It’s understood that a wholesome diet and regular exercise should lead to a healthy weight.
But for some, no matter how much time they put in at the gym and no matter how many brownies they turn down, the scale stays the same. In some cases, despite proper weight loss efforts, a person’s weight even increases.
For people living with hormonal imbalances, their body is working against them. The result is weight gain and other medical problems.
Hormonal imbalances and weight gain are a hot topic. Let’s dive into the relationship between hormones and weight gain to understand how these bodily functions affect the number on the scale.
Maintaining a healthy weight can feel like a Catch-22. Being overweight or underweight affects your hormones and can throw them out of whack. But hormone imbalances can be the reason your weight is fluctuating.
So, what are hormones, and why are they messing with your weight?
Hormones are chemical messengers in your body. They are messengers that travel through your bloodstream to reach tissues and organs. Hormones are essential in coordinating and controlling bodily activities.
Your body may accidentally over or underproduce hormones. When this happens, your endocrine system becomes unbalanced.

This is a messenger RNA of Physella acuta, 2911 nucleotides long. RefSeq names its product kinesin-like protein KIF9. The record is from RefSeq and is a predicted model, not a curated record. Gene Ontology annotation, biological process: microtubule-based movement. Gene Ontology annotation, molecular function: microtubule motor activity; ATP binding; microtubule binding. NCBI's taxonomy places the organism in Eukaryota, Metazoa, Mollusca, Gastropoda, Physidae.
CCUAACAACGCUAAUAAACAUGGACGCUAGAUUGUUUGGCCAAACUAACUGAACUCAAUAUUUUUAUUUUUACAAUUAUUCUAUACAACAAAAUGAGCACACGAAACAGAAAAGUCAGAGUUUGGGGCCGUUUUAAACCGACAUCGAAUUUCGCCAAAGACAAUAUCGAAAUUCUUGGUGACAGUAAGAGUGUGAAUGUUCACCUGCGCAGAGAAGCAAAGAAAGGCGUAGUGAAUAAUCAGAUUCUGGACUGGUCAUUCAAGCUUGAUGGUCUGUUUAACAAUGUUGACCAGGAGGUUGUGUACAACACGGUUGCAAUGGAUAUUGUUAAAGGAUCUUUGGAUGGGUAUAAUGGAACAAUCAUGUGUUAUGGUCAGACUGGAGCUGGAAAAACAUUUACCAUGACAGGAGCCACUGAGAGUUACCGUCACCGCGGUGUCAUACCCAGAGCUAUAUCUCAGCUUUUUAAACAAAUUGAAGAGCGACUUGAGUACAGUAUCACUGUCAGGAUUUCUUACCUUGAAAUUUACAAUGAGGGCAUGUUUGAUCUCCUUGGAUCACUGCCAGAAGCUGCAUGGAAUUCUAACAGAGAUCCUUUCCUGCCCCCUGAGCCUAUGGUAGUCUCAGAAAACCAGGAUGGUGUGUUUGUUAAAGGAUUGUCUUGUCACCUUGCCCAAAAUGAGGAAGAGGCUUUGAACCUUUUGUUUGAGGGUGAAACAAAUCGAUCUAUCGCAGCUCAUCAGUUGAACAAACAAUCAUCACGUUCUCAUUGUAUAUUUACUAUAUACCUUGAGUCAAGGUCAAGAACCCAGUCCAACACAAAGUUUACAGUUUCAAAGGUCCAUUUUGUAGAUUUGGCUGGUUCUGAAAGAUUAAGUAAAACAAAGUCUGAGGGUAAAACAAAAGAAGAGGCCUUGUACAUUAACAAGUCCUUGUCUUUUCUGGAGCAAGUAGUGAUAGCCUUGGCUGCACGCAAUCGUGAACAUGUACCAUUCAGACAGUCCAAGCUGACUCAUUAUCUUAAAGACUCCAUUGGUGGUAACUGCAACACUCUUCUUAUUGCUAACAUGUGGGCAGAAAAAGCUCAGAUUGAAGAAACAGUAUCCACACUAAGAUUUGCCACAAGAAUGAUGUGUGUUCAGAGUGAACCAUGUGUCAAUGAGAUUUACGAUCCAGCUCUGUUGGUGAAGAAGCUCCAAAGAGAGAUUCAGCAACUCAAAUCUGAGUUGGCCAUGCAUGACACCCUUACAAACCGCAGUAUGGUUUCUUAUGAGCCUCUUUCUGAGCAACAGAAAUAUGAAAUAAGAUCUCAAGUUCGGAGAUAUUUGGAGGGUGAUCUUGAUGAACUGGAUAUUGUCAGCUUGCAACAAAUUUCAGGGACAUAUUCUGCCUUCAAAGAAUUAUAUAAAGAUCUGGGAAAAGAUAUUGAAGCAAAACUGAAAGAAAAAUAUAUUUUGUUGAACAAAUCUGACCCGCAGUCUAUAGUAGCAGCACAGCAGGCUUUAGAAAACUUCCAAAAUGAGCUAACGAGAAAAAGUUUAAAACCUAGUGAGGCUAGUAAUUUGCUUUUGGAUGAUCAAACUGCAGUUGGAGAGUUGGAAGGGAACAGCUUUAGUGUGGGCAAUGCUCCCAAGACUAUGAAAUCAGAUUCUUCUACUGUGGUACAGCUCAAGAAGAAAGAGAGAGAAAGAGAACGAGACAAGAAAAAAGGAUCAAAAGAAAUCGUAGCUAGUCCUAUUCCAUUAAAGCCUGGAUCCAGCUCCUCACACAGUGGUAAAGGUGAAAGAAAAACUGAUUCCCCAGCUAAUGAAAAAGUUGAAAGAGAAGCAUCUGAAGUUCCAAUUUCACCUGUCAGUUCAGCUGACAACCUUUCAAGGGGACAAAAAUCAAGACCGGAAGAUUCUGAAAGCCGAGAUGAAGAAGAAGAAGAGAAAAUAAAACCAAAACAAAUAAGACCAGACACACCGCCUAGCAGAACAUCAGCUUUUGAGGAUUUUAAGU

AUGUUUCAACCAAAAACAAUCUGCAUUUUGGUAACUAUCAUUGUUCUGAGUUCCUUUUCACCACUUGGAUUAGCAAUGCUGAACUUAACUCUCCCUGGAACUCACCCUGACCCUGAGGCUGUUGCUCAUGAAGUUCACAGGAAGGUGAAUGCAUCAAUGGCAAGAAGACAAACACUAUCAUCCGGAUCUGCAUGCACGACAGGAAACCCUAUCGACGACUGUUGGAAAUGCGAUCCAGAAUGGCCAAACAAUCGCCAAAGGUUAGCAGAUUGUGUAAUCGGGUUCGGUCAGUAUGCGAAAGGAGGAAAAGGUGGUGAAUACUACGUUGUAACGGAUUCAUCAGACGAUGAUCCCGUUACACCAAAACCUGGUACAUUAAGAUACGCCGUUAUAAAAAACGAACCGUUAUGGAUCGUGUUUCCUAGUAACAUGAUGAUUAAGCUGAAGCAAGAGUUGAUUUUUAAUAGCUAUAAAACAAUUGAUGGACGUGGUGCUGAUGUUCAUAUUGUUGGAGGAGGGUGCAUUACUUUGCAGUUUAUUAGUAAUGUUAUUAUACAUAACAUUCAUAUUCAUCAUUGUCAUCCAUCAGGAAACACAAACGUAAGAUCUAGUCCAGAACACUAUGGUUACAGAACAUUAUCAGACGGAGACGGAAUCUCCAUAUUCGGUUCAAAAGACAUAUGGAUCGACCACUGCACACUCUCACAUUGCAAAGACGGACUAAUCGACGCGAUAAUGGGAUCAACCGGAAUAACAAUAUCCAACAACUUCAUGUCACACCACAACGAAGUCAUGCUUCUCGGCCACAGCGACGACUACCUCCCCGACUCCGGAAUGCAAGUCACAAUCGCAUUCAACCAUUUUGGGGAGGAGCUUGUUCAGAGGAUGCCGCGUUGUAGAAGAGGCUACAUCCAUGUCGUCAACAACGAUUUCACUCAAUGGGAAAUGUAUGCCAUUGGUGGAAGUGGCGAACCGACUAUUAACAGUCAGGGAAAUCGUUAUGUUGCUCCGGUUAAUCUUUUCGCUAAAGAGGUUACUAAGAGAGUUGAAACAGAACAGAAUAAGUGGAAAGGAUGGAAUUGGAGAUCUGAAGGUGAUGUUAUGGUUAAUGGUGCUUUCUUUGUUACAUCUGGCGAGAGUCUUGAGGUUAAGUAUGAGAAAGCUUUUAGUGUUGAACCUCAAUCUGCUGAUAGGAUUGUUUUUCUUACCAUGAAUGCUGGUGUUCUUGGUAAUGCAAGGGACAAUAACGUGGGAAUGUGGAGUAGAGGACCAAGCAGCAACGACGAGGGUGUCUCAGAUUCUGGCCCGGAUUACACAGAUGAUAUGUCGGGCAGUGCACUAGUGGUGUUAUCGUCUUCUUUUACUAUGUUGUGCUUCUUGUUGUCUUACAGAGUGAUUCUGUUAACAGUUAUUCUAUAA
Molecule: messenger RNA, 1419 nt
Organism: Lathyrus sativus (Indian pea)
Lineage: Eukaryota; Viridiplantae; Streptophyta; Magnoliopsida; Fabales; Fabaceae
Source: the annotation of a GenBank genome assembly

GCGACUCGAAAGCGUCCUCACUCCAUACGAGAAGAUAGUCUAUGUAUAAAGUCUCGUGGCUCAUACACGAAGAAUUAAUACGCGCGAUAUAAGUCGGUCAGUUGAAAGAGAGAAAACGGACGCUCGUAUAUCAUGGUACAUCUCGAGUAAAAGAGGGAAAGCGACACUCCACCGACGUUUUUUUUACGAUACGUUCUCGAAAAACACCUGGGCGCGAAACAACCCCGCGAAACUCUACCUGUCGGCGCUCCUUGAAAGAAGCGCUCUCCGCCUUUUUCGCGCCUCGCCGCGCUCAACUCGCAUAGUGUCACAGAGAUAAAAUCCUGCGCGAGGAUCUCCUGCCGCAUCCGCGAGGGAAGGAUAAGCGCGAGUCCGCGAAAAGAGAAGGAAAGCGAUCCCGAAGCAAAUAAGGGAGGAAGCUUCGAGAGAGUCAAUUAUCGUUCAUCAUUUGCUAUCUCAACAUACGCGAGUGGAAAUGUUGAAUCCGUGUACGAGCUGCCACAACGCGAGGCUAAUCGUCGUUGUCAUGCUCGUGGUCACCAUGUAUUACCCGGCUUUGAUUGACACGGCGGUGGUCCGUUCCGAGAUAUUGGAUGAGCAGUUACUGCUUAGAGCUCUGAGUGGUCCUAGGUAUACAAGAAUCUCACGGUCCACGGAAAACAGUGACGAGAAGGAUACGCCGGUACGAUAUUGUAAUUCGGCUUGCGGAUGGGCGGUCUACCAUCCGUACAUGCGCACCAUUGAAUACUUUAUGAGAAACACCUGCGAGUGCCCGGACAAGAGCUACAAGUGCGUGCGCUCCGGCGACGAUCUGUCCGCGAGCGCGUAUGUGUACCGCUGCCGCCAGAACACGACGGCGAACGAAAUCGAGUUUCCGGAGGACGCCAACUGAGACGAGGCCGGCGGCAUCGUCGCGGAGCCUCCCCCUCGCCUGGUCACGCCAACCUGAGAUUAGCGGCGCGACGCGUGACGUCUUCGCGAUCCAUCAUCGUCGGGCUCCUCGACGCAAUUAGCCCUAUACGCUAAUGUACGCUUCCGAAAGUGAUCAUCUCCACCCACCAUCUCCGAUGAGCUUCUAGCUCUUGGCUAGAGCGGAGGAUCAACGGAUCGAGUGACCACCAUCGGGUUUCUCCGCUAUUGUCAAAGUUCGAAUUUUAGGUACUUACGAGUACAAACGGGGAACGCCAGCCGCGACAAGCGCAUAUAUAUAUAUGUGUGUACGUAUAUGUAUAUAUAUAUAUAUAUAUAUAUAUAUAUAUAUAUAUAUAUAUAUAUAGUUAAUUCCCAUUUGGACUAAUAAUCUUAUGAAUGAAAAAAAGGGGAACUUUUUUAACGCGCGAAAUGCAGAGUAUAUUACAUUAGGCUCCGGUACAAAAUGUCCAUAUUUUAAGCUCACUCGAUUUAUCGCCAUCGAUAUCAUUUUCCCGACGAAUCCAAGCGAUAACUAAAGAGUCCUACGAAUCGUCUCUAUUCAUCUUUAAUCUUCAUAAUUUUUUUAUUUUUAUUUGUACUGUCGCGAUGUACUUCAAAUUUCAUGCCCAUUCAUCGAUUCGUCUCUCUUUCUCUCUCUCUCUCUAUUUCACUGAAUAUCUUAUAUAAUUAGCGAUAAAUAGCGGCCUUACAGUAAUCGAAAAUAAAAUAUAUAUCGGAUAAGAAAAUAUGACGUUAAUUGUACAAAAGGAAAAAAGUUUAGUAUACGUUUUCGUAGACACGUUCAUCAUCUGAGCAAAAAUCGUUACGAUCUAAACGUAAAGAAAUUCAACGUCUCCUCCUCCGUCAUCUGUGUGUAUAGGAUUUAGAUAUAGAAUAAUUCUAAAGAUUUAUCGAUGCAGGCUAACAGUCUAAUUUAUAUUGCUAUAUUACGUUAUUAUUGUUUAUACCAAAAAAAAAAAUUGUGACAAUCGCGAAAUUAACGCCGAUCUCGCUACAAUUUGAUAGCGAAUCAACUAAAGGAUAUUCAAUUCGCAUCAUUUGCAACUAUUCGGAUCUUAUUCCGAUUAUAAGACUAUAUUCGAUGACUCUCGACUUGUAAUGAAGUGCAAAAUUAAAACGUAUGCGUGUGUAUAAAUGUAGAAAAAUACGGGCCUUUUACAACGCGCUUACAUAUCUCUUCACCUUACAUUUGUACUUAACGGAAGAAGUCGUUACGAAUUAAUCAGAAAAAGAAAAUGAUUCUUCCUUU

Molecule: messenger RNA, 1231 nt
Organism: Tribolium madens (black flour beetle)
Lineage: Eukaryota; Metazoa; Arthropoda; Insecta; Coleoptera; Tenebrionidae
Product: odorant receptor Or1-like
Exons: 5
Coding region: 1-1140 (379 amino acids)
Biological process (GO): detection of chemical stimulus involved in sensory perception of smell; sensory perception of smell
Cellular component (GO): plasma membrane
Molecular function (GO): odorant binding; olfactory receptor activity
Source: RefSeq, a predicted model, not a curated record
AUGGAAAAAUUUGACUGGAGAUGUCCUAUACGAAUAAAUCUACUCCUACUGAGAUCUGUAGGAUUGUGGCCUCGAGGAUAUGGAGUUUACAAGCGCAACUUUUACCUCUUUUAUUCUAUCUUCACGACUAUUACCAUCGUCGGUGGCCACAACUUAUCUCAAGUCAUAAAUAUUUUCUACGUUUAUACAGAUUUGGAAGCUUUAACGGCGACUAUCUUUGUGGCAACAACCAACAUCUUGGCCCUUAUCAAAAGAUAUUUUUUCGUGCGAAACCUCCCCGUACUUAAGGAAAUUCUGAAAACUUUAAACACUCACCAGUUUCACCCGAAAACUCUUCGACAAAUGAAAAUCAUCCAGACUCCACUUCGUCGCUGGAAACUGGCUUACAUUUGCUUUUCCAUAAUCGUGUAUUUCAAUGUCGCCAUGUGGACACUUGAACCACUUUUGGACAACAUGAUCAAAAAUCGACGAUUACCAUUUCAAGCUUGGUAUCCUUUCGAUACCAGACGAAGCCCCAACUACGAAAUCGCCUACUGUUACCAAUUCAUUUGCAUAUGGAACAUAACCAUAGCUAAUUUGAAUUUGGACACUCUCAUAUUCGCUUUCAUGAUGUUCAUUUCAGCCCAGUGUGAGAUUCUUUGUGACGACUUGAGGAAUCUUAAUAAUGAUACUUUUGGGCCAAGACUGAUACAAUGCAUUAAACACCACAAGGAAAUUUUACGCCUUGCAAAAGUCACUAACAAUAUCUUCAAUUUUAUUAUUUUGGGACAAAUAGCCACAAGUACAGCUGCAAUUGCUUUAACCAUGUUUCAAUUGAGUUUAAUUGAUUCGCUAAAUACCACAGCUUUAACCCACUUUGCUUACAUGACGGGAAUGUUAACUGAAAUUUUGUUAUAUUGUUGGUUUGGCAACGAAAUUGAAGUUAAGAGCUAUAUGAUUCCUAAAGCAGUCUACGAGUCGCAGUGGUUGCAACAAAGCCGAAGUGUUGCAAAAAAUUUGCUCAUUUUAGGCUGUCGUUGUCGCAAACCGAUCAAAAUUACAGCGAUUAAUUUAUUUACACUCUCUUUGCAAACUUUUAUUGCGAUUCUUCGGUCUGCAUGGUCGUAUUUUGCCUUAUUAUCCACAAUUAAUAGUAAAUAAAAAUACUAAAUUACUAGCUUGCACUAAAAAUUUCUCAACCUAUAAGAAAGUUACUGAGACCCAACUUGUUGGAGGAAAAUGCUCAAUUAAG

The most common complaint of hormonal imbalances is weight gain. Even when dieting and exercising regularly, people with hormonal issues continue to experience unexplained weight gain. Other warning signs of a hormonal imbalance include:
Hormone problems are very prevalent, especially in women. A survey found that out of 2,000 American women, 47% percent reported symptoms of hormonal imbalances.
Let’s explore the different hormones that affect our body weight.
Your thyroid is located in your neck. When secreted into the blood, the thyroid creates thyroxine (T4) and triiodothyronine (T3). The hormones help your body perform daily activities and function normally.
When it comes to weight gain and hormones, the thyroid plays a key role. The thyroid regulates metabolism, growth, and development. When thyroid hormone imbalances occur, people experience unexplained weight loss and weight gain.
Other symptoms of a thyroid disorder include:
The thyroid is responsible for two hormone disorders, hypothyroidism, and hyperthyroidism.
Hypothyroidism occurs when your thyroid gland does not produce enough hormones. When your thyroid doesn’t make enough hormones, it slows your metabolism and prevents you from burning calories. Hypothyroidism also causes joint pain, heart disease, skin problems, hair loss, and infertility.
An estimated five in every 100 U.S. adults have hypothyroidism.
On the other hand, hyperthyroidism results in unexplained weight loss. Hyperthyroidism is when your thyroid is so active, it produces too much thyroxine. Tremendous thyroxine levels increase your metabolism, resulting in weight loss and an irregular heartbeat.